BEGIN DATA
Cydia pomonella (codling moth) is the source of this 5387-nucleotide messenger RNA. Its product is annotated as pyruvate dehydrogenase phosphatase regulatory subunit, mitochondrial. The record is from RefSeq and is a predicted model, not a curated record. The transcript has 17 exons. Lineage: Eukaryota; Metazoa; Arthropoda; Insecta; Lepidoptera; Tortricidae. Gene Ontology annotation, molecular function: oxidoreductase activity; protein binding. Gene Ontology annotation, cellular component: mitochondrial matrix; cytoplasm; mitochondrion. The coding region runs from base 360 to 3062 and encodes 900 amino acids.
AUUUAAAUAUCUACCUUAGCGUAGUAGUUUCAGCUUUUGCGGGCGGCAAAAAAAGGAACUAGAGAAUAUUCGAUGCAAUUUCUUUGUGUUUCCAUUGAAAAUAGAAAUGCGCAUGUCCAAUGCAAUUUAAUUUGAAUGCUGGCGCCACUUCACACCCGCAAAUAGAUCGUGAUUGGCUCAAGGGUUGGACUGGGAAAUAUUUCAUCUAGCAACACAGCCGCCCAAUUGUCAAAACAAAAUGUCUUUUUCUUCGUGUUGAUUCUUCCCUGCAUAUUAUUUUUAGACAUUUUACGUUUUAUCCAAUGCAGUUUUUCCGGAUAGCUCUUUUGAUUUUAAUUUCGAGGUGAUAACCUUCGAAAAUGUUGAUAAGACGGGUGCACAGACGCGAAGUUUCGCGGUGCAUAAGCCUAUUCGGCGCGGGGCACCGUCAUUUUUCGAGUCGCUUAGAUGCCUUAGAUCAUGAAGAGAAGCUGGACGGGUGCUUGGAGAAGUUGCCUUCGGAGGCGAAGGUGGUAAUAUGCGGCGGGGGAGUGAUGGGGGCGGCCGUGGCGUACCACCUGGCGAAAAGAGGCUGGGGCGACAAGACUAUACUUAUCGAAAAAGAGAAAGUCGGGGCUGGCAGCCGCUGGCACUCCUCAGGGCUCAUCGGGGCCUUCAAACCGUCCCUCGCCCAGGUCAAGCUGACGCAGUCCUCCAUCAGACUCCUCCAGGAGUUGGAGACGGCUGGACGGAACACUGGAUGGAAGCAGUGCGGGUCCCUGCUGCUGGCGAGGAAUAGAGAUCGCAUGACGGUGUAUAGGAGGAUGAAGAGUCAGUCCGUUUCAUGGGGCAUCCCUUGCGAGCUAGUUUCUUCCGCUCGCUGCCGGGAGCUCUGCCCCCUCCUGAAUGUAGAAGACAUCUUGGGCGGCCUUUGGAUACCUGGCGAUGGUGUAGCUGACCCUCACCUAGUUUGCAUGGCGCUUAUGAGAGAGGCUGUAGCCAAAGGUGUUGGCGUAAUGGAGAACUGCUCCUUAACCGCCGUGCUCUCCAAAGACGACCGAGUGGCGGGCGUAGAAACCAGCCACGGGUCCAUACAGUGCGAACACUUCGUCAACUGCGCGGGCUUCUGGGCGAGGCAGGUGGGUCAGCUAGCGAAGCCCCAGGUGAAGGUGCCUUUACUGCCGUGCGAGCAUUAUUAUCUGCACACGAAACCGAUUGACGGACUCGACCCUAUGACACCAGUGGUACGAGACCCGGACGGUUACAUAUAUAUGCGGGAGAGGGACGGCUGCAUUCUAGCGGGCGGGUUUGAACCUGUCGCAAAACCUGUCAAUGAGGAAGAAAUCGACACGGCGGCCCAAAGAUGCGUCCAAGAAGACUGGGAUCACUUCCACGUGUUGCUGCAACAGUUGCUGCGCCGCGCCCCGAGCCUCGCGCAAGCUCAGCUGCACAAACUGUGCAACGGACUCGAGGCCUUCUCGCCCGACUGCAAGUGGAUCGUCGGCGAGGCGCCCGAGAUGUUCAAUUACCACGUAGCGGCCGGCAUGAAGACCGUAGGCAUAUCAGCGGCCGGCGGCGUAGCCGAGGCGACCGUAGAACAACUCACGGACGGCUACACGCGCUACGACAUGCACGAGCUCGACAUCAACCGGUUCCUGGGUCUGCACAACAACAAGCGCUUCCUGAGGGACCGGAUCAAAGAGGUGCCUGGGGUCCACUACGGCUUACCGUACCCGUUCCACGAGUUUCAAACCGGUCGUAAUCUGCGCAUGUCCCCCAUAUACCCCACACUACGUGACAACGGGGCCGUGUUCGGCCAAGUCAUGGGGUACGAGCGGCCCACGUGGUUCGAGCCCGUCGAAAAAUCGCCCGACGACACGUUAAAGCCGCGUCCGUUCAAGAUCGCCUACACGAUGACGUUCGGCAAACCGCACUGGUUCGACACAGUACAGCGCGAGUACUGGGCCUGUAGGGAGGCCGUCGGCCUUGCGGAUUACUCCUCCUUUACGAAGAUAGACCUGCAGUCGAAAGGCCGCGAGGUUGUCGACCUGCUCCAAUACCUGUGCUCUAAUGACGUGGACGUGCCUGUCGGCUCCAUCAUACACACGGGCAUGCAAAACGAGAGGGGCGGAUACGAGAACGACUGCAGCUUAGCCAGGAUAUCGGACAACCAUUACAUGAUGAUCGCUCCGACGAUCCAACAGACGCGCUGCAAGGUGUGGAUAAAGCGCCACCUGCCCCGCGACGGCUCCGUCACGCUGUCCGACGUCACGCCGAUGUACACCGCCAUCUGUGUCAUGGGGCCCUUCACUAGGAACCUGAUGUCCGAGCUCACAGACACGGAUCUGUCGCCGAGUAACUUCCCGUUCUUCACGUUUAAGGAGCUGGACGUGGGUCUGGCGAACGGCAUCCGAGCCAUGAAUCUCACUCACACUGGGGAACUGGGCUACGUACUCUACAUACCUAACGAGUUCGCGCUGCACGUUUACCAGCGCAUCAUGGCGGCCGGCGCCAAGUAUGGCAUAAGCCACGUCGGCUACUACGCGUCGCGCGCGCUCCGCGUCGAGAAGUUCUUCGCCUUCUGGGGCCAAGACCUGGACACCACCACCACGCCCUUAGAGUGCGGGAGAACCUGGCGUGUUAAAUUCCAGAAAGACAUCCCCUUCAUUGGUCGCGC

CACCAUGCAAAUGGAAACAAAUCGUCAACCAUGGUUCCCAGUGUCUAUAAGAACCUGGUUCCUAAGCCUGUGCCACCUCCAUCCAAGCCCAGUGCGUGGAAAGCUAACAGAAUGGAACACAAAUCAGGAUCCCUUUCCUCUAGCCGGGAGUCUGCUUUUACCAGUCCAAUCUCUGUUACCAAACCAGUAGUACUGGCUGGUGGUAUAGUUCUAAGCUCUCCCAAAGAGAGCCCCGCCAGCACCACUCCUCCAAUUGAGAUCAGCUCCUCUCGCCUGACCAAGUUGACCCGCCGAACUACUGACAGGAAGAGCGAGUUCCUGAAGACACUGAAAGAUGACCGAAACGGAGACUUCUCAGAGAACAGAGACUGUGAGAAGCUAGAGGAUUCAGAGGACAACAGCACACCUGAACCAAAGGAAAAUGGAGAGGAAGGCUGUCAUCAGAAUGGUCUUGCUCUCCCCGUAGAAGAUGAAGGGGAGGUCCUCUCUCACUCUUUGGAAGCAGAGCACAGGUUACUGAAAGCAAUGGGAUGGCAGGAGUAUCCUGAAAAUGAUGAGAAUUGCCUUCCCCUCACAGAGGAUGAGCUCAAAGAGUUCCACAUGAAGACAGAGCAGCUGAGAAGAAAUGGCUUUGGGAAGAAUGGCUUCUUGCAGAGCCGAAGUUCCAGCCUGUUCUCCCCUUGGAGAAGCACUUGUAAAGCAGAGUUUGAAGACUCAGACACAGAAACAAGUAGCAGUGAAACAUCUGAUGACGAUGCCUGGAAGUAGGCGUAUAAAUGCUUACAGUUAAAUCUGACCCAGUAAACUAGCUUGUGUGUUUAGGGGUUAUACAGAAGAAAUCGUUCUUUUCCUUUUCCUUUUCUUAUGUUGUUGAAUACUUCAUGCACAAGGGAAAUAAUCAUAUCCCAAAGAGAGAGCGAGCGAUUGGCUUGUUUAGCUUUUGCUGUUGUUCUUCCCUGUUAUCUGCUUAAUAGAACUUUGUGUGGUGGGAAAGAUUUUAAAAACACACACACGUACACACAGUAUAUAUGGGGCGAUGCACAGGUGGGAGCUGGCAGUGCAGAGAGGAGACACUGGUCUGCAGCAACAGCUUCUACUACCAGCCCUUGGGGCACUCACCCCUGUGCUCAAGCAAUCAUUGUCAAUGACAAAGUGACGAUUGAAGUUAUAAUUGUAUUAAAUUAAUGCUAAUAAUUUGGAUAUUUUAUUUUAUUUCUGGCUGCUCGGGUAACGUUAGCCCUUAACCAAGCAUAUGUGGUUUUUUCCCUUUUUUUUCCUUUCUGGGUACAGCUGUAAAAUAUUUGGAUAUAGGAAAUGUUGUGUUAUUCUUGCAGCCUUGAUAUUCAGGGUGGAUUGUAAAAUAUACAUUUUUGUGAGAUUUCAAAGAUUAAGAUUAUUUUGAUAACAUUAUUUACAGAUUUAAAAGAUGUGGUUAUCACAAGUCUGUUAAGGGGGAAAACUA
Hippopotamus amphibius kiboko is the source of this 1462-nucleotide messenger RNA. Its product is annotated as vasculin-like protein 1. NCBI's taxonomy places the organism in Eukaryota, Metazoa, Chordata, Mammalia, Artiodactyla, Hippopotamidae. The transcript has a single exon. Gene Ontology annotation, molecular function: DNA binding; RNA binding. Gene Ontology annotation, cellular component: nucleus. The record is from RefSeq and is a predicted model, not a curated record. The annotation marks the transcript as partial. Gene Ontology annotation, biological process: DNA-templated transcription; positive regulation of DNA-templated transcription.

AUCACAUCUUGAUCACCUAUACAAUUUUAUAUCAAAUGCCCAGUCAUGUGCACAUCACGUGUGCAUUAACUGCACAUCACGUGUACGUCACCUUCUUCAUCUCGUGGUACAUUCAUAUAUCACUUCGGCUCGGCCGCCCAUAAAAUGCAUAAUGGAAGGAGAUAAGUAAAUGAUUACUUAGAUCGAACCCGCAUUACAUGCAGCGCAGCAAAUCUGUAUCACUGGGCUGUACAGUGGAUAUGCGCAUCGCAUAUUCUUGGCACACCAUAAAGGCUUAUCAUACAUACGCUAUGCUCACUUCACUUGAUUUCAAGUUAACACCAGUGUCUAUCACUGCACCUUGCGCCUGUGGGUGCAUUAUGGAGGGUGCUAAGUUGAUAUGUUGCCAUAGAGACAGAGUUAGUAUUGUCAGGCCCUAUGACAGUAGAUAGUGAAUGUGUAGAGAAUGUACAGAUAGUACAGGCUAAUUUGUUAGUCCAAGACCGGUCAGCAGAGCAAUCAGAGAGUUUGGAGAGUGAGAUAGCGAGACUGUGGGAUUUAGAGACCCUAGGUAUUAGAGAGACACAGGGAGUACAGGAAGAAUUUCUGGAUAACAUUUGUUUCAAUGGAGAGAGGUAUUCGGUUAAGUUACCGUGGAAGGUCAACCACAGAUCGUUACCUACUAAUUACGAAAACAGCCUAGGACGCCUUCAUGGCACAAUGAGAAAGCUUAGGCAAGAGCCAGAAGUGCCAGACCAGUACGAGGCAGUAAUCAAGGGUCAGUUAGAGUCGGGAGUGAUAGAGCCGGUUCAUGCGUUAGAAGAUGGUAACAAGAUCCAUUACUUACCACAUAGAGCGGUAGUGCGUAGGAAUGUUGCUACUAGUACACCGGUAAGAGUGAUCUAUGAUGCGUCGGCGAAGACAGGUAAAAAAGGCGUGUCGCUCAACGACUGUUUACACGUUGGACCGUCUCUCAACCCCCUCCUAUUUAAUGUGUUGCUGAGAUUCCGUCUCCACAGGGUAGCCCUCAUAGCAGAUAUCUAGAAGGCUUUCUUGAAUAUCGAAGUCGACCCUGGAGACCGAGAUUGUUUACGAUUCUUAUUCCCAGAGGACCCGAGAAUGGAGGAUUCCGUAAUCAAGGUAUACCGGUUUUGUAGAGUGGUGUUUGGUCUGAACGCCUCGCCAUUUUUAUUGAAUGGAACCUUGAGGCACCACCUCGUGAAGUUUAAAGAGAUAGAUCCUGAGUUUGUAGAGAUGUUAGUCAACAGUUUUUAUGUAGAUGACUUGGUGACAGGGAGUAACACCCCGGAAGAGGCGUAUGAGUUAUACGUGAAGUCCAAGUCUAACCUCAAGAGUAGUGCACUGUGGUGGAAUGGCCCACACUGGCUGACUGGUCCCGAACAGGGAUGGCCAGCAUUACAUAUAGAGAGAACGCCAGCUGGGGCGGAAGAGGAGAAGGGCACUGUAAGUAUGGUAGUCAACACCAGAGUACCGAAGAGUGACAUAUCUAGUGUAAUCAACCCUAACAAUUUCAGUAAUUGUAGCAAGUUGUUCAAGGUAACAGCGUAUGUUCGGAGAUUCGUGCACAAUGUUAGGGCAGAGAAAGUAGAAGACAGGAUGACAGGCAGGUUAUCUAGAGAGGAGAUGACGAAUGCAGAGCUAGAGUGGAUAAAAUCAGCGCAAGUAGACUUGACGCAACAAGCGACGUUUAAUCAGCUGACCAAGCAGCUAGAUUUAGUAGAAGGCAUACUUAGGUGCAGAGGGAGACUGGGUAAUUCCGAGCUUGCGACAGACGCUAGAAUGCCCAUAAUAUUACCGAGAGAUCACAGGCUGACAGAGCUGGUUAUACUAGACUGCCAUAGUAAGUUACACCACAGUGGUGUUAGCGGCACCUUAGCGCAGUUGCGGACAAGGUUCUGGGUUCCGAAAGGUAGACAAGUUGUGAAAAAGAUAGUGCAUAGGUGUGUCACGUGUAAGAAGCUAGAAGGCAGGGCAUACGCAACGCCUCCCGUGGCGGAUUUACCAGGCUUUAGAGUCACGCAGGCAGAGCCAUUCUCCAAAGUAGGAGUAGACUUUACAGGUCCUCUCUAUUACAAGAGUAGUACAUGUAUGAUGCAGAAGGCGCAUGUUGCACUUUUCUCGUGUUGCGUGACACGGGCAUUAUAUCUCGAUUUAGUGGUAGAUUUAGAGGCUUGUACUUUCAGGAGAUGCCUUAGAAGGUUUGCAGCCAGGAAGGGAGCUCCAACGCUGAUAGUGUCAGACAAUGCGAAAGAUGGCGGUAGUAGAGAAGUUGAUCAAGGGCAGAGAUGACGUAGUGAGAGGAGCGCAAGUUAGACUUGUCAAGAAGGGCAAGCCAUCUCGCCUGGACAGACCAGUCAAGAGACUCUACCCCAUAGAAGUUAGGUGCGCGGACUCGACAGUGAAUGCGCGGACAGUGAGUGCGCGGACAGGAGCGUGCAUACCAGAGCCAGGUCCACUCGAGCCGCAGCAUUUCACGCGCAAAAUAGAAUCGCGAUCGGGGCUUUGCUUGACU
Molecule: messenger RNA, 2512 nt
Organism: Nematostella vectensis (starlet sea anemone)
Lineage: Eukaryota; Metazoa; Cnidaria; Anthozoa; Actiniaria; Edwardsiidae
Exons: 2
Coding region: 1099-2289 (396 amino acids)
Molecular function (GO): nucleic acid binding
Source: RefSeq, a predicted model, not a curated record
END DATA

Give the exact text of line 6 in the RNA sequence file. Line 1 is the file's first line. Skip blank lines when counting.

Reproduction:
Molecule: messenger RNA, 2512 nt